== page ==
In the course of the first story, "The Murders of Rue Morgue," the French detective, Dupin, surprises his companion by interfering in his thoughts, an act that was criticized by Holmes in the novel "A Study in Scarlet," and that was practiced by him in some other short story of his.
The mystery, on the other hand, was a new one, not a simple one, and the deductions of Dupin were very logical and intriguing.
In the second story, "The Mystery of Marie Roget," Poe reconstructs a real crime by merely building up from the newspaper clips he collected over the span of time. He finally solves the mystery in the person of his detective Dupin. Close analysis had showed that the answer provided by Poe was actually the right one.
In the third story, "The Purloined Letter," Dupin solves a very easy mystery that puzzled the police force of paris.
This book is not at the same level of Doyle's writing, it is a little simpler, but is a nice read, though. That might be true because Doyle had based his detective, Holmes, on Dupin, and had actually attained the fame that forced him to dedicate some of his time for his mysteries.
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Amazon.com: 3.0 out of 5 stars  2 reviews
4 of 5 people found the following review helpful
4.0 out of 5 stars The First Unofficial Detective April 19 2003
By Khalifa Alhazaa - Published on Amazon.com
Format:Audio Cassette
In these 3 short story, Poe introduces to the world for the first time the way of logical deduction, and applies it to an actual ambiguous case.
He seems to place much importance in mathematics as being the best exercise for analytic reasoning. Similar thing is seen in Doyle's Holmes, for Doyle asserts that Moriarty, the arch enemy of Sherlock Holmes, is in fact a mathematician.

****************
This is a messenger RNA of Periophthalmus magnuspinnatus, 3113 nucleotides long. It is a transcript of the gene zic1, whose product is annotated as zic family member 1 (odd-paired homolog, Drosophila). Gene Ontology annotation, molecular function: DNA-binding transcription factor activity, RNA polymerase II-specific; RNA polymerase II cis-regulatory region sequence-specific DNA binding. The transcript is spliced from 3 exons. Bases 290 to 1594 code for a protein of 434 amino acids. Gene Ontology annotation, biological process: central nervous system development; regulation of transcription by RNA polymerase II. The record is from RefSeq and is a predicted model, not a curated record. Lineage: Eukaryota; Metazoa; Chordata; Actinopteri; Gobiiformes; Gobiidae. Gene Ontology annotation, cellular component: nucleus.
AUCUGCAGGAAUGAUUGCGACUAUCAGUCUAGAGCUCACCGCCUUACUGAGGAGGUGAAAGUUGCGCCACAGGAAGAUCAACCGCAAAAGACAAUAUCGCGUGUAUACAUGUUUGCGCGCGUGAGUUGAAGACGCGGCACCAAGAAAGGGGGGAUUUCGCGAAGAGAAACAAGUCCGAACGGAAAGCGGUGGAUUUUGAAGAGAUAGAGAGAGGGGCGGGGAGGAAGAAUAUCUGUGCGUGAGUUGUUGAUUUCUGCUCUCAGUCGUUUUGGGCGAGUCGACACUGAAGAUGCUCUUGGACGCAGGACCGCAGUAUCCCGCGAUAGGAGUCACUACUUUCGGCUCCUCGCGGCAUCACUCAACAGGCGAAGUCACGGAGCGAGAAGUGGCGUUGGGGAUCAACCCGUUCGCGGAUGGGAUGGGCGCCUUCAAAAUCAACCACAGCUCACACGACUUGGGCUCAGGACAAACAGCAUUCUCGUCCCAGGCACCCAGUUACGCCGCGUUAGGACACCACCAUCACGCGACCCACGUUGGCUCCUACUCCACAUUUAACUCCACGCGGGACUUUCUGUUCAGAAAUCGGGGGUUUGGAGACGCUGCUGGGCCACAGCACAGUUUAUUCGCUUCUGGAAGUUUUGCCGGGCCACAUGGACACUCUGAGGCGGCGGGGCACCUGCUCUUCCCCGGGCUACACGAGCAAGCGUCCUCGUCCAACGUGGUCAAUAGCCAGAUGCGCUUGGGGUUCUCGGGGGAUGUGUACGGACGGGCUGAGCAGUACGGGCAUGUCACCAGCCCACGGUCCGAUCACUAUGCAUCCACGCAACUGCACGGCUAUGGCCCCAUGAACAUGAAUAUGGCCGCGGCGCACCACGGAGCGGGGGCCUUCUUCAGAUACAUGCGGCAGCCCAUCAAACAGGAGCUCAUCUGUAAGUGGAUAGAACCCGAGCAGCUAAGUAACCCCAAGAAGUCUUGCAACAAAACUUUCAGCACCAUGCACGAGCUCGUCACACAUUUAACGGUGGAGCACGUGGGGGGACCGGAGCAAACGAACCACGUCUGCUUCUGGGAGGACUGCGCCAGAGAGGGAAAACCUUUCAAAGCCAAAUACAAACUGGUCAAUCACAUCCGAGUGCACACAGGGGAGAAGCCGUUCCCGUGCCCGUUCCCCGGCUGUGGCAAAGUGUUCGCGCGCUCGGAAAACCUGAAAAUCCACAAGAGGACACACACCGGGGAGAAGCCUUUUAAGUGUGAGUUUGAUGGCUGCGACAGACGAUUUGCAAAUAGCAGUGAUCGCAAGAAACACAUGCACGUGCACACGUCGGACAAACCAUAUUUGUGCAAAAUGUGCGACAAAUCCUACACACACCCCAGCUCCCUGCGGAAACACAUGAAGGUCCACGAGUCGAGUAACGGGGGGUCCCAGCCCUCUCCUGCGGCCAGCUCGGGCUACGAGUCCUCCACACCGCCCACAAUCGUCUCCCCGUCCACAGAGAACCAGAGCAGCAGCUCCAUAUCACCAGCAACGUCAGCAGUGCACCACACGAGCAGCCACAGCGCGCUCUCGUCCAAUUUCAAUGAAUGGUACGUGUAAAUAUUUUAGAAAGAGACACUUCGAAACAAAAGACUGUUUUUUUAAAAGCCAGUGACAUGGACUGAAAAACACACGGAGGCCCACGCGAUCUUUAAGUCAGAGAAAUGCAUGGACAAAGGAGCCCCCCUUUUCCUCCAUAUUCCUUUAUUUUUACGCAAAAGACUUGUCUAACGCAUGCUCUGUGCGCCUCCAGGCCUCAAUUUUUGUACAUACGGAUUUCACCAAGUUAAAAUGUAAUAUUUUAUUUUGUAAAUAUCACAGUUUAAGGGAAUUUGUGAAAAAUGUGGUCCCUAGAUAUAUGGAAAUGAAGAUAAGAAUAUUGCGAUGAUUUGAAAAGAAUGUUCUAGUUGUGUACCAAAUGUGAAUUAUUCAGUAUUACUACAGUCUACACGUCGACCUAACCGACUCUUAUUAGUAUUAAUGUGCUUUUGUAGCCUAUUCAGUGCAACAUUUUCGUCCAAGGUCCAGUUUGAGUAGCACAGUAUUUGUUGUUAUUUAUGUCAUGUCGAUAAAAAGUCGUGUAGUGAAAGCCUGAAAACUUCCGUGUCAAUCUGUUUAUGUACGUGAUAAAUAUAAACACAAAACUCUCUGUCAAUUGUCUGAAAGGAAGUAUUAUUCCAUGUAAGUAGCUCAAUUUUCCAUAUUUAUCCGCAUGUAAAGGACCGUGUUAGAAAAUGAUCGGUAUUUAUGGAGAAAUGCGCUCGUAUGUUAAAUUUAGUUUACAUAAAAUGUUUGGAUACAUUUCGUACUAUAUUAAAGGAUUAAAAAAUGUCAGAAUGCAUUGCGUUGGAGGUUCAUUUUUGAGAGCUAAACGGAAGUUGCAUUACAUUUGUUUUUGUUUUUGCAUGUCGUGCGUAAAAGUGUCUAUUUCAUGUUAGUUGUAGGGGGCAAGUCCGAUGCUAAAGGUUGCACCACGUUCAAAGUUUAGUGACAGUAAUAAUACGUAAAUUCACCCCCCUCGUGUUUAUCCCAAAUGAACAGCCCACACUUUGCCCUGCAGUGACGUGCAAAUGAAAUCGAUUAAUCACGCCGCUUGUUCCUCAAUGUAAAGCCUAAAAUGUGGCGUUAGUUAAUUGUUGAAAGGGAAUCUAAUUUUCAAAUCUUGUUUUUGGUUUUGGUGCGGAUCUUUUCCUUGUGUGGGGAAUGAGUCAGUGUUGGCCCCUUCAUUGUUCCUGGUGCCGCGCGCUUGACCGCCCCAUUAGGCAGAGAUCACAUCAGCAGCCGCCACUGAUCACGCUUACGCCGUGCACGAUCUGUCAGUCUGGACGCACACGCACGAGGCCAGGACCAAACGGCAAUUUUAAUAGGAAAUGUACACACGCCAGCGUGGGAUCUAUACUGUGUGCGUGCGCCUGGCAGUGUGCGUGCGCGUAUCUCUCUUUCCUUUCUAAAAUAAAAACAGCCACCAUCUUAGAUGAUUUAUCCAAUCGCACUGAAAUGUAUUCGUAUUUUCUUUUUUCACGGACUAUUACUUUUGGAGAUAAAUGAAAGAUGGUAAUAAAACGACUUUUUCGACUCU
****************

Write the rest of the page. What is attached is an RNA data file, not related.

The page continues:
Well aside from that he places much importance on meditation, a habit that is very unfamiliar in most of the world.
In the course of the first story, "The Murders of Rue Morgue," the French detective, Dupin, surprises his companion by interfering in his thoughts, an act that was criticized by Holmes in the novel "A Study in Scarlet," and that was practiced by him in some other short story of his.
The mystery, on the other hand, was a new one, not a simple one, and the deductions of Dupin were very logical and intriguing.
In the second story, "The Mystery of Marie Roget," Poe reconstructs a real crime by merely building up from the newspaper clips he collected over the span of time. He finally solves the mystery in the person of his detective Dupin. Close analysis had showed that the answer provided by Poe was actually the right one.
In the third story, "The Purloined Letter," Dupin solves a very easy mystery that puzzled the police force of paris.
This book is not at the same level of Doyle's writing, it is a little simpler, but is a nice read, though. That might be true because Doyle had based his detective, Holmes, on Dupin, and had actually attained the fame that forced him to dedicate some of his time for his mysteries.
2.0 out of 5 stars A bit disappointing June 30 2014
By Carl Alves - Published on Amazon.com
I’ve enjoyed other Edgar Allan Poe stories and poems, and I had high hopes for this collection of stories featuring Poe’s character Auguste Dupin, an investigator that does the police’s work for them. Perhaps I’m missing something here but I just found the narrative to be long-winded and not particularly compelling. In the stories, Dupin goes on and on about uninteresting topics that makes me lose interest rather quickly. The stories are almost entirely narrative with no real action. I found the stories hard to get into. Unlike Sherlock Holmes, whose stories have a logical progression, this lacked any such progression. Unlike other Poe stories, where the prose comes alive, the prose in these stories fall flat. The only one of the three stories that I found reasonably enjoyable was “The Murders of the Rue Morgue”. Otherwise this collection was not worth reading.

Carl Alves – author of Blood Street